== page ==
/script>
By Chris Gregory, Managing Editor

Students at Trousdale County High School recently got a firsthand opportunity to see the dangers of driving while distracted by cell phones.

Trousdale was the first high school in Tennessee to host the Save a Life Tour, described as the nation’s most advanced and high-impact Safe Driving Awareness Program.

“I was asked earlier in the year if our school would host,” said TCHS Principal Teresa Dickerson. “It targeted kids on texting and driving, or even just talking on their phone.”

Photo courtesy of Trousdale County Schools
TCHS student Jess Holder tries out one of the simulators during the ‘Save a Life Tour.’

The program utilizes crash videos, victim impact statements and simulators that give students an idea of the effects of distracted driving.

According to the Tennessee Highway Safety Office, 58 people in Tennessee died from distracted driving crashes and 170 people died from alcohol-impaired crashes in 2018.

WKRN-2 out of Nashville was on hand to see the program in action and the sobering effects on students.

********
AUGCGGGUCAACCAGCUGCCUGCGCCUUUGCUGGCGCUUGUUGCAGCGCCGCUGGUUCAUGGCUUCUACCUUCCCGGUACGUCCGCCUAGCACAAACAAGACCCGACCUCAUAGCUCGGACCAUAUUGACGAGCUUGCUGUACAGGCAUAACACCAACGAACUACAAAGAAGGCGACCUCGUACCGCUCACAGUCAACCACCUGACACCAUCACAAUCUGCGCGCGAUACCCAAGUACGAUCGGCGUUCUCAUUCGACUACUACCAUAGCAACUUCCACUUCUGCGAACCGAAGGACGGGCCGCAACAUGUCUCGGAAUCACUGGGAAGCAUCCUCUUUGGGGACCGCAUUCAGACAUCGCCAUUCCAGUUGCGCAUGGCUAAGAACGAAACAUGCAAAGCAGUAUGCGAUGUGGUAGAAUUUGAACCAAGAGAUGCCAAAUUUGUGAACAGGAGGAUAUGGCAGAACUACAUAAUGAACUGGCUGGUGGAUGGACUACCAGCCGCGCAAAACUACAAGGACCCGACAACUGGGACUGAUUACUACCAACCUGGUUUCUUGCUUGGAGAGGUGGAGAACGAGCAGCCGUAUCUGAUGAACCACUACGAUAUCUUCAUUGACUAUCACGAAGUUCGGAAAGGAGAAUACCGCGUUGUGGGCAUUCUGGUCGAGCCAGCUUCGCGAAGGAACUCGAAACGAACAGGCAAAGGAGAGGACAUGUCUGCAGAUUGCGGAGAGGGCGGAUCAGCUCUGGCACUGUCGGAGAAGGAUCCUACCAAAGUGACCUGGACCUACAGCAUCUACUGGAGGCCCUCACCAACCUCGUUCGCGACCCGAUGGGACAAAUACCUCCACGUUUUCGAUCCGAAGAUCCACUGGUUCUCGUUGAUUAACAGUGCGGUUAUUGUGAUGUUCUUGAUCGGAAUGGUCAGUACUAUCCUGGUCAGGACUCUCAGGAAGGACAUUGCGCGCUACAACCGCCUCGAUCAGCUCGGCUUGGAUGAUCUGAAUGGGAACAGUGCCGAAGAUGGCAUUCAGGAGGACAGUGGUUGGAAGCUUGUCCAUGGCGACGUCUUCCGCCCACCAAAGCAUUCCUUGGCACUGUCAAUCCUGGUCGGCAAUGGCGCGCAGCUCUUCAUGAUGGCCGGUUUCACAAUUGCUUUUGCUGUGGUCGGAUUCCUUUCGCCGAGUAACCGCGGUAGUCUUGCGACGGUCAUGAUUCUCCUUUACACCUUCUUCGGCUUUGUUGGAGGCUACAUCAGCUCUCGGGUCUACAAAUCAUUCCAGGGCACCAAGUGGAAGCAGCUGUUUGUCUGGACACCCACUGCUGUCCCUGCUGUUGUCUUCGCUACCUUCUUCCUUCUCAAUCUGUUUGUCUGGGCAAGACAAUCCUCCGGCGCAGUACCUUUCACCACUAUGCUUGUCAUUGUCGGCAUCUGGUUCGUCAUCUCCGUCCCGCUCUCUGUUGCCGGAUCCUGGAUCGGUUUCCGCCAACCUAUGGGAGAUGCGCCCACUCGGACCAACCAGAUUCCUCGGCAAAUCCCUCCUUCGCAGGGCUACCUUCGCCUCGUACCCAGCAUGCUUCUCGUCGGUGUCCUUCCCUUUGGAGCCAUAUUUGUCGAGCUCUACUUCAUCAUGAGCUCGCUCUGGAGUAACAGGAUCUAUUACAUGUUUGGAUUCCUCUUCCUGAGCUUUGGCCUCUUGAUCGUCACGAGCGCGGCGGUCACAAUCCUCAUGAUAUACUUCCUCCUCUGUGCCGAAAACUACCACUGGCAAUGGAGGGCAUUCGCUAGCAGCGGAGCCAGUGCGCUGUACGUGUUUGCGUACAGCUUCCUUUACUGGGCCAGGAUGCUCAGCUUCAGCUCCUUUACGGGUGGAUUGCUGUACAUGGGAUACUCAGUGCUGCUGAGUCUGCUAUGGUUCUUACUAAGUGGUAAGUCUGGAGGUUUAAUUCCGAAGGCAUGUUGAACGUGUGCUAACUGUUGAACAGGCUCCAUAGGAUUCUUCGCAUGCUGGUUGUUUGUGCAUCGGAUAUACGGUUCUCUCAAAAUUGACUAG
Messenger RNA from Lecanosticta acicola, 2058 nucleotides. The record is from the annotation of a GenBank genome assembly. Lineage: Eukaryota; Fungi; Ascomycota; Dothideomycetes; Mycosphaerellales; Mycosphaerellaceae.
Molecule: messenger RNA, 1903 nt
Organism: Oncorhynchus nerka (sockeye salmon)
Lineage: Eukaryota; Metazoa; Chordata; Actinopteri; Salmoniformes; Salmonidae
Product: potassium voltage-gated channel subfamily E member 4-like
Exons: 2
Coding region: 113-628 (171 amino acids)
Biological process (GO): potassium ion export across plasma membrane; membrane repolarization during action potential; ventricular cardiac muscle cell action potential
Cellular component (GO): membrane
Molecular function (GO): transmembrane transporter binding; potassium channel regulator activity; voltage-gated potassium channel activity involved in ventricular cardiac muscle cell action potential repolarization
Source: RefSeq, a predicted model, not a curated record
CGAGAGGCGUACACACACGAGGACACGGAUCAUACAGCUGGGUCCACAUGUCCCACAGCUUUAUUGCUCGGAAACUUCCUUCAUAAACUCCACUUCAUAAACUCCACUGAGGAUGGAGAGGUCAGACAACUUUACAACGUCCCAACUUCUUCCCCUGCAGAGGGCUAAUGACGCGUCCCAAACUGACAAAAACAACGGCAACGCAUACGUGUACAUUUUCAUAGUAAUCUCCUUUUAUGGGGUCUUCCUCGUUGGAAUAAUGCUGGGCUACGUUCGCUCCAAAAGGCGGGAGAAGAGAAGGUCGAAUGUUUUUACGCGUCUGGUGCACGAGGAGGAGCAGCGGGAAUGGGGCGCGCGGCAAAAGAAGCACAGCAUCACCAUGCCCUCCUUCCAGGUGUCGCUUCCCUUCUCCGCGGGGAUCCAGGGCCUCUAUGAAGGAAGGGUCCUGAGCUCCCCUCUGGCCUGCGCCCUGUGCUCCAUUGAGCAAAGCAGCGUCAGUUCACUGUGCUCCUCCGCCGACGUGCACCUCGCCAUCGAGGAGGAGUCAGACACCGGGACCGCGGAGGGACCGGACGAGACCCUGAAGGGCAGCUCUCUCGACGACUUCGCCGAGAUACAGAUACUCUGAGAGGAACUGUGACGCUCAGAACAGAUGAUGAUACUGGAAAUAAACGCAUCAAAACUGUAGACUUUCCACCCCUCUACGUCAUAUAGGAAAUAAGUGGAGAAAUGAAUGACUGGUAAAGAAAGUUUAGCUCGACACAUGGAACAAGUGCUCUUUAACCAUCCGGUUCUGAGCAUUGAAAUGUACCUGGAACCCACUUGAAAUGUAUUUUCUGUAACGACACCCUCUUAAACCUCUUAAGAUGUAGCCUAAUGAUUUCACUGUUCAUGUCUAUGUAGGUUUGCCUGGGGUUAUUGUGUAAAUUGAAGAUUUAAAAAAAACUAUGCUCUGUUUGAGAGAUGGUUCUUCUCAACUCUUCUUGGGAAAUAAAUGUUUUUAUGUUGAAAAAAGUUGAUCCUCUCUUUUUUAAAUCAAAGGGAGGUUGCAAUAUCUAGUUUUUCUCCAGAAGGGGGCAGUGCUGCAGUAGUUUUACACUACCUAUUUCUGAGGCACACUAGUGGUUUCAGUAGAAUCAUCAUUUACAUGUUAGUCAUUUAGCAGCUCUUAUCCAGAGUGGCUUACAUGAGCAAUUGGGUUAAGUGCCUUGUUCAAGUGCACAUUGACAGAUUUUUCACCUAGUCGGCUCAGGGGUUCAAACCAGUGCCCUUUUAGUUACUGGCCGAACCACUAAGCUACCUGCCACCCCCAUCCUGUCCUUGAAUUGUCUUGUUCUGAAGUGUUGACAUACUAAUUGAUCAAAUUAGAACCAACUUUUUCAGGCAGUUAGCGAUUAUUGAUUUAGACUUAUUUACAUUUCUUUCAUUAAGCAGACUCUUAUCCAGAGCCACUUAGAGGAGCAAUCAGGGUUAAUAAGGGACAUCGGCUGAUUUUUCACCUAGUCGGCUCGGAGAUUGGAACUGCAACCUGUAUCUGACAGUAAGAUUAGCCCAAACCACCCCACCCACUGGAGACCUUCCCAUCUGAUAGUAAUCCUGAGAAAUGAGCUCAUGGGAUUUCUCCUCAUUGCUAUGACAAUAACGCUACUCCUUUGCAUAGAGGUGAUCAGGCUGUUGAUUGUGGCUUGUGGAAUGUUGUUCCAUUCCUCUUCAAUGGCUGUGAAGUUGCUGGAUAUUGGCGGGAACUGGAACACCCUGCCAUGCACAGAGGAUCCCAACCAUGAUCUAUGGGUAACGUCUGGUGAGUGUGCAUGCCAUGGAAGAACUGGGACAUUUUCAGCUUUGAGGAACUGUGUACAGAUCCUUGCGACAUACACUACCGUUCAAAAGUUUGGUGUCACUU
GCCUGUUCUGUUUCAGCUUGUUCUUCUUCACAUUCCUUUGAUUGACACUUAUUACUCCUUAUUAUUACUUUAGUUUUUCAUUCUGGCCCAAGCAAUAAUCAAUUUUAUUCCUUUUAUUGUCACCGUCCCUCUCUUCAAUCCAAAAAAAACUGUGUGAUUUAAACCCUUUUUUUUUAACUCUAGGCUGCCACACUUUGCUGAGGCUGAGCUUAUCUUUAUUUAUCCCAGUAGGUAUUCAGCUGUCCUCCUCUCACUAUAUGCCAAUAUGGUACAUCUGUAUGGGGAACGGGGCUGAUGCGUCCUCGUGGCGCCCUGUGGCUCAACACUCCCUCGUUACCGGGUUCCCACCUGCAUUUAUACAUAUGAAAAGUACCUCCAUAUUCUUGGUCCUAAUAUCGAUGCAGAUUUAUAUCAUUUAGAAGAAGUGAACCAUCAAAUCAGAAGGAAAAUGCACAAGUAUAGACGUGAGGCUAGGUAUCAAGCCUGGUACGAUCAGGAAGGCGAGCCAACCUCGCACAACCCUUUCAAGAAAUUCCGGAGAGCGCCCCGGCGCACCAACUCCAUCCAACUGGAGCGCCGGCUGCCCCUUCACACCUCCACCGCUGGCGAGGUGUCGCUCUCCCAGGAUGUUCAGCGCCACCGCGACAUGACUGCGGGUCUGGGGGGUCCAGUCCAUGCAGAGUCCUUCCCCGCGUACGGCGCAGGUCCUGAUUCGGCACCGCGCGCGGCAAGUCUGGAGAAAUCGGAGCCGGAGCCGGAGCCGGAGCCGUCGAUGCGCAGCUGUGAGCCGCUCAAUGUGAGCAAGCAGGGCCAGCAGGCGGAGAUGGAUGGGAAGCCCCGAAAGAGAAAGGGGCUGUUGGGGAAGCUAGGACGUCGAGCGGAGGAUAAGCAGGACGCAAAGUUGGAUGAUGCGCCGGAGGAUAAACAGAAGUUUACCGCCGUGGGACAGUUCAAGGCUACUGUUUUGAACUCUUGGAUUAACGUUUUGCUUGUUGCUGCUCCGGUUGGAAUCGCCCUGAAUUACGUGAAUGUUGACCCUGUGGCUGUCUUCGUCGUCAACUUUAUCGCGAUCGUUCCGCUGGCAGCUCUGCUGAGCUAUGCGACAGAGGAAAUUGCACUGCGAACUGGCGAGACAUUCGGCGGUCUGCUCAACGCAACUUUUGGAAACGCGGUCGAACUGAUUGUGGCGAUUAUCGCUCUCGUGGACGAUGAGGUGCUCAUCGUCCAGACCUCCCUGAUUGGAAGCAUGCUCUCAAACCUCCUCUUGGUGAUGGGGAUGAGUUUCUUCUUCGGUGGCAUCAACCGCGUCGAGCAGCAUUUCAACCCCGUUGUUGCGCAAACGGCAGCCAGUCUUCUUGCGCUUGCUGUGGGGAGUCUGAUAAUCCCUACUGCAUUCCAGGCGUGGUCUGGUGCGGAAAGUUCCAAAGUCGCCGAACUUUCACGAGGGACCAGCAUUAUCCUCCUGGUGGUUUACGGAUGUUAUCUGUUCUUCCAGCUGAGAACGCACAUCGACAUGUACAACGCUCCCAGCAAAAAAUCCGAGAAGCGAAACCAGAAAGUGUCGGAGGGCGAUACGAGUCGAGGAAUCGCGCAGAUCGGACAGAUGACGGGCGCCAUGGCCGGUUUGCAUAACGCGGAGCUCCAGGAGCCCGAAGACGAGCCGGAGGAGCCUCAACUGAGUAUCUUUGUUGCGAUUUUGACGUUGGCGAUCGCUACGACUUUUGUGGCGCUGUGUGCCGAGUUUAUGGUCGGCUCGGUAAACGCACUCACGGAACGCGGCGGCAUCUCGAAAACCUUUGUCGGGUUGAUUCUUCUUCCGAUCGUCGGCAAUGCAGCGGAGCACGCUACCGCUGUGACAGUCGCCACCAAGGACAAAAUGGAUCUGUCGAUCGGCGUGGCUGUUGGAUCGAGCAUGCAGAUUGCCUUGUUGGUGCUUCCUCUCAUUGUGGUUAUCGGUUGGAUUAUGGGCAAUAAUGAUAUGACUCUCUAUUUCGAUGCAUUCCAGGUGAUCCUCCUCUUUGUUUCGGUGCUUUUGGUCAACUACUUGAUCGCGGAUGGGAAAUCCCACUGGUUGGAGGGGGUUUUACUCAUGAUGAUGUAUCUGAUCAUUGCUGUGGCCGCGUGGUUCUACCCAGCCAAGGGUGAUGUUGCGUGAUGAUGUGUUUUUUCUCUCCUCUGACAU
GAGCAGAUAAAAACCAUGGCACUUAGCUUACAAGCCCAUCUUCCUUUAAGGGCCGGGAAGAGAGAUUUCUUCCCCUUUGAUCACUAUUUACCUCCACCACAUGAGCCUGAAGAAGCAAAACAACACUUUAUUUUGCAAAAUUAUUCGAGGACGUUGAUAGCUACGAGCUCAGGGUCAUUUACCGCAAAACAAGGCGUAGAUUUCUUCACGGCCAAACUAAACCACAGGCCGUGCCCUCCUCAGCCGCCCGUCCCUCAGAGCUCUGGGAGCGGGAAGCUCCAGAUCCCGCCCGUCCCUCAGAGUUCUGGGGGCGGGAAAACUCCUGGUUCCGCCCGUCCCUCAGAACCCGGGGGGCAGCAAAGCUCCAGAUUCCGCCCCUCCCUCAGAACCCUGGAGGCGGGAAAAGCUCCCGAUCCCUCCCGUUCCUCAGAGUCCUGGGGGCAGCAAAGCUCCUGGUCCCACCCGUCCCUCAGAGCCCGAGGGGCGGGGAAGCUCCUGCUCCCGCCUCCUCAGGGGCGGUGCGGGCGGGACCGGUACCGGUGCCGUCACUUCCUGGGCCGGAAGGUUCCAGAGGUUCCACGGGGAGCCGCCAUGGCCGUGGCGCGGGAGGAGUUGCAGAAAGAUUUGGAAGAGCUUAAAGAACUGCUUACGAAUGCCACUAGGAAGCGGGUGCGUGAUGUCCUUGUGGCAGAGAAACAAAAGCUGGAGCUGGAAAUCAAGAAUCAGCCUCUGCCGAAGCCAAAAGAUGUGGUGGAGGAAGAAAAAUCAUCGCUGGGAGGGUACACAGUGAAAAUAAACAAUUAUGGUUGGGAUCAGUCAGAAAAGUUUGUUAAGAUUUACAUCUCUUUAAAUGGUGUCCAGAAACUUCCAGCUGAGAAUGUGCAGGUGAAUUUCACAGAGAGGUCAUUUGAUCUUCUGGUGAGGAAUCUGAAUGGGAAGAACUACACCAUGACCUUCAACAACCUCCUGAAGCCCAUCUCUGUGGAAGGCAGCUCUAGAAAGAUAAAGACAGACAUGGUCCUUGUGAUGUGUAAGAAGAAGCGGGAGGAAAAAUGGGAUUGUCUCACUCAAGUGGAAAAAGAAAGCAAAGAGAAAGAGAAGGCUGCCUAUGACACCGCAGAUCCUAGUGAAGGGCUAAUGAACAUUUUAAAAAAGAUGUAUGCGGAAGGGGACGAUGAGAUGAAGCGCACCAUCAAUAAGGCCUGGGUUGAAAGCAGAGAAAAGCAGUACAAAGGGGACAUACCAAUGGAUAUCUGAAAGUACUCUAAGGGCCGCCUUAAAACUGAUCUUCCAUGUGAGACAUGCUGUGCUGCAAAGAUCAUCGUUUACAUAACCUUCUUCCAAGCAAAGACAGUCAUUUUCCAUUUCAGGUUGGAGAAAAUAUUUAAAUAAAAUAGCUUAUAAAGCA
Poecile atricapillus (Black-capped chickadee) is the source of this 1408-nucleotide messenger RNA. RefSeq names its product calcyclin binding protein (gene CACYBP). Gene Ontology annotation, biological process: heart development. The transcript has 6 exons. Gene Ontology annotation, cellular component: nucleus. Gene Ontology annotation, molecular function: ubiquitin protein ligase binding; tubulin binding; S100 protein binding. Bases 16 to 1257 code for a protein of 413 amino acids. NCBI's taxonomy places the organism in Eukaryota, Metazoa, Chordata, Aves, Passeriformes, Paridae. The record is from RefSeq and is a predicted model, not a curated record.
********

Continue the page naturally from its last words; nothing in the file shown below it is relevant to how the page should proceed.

“We know that teens are using phones and if we can educate them early on the dangers, hopefully, we can have an impact,” said Vic Donoho, Director of the Tennessee Highway Safety Office.

“You could hear a pin drop in there from the videos,” Dickerson said. “More accidents are just running off the road because of the texting.

“Your intention when you get in that car is not to hit somebody, but everytime you get behind the wheel there’s that opportunity.”

“What that shows them is when you don’t have complete control over your vehicle, it’s very easy to lose all control of your vehicle,” said Michael Campbell of Save a Life Tour.

Dickerson said the program challenged students to put their phones away while driving for seven days, saying that it takes that long to begin to break the habit.

“They said it’s almost like an addiction to some people; they way they feel they have to look down if a message comes,” she said. “I’m guilty too. I have hands free, but I’m trying to put it down.”

Dickerson said she would get feedback from faculty, staff and students to determine if Trousdale County will use the program in the next school year. Previously, Trousdale has used the Think Fast program.

“It was worthwhile,” Dickerson said. “It made us all think.”

Reach Chris Gregory at 615-374-3556 or cgregory@hartsvillevidette.com. Contributing: Staff Reports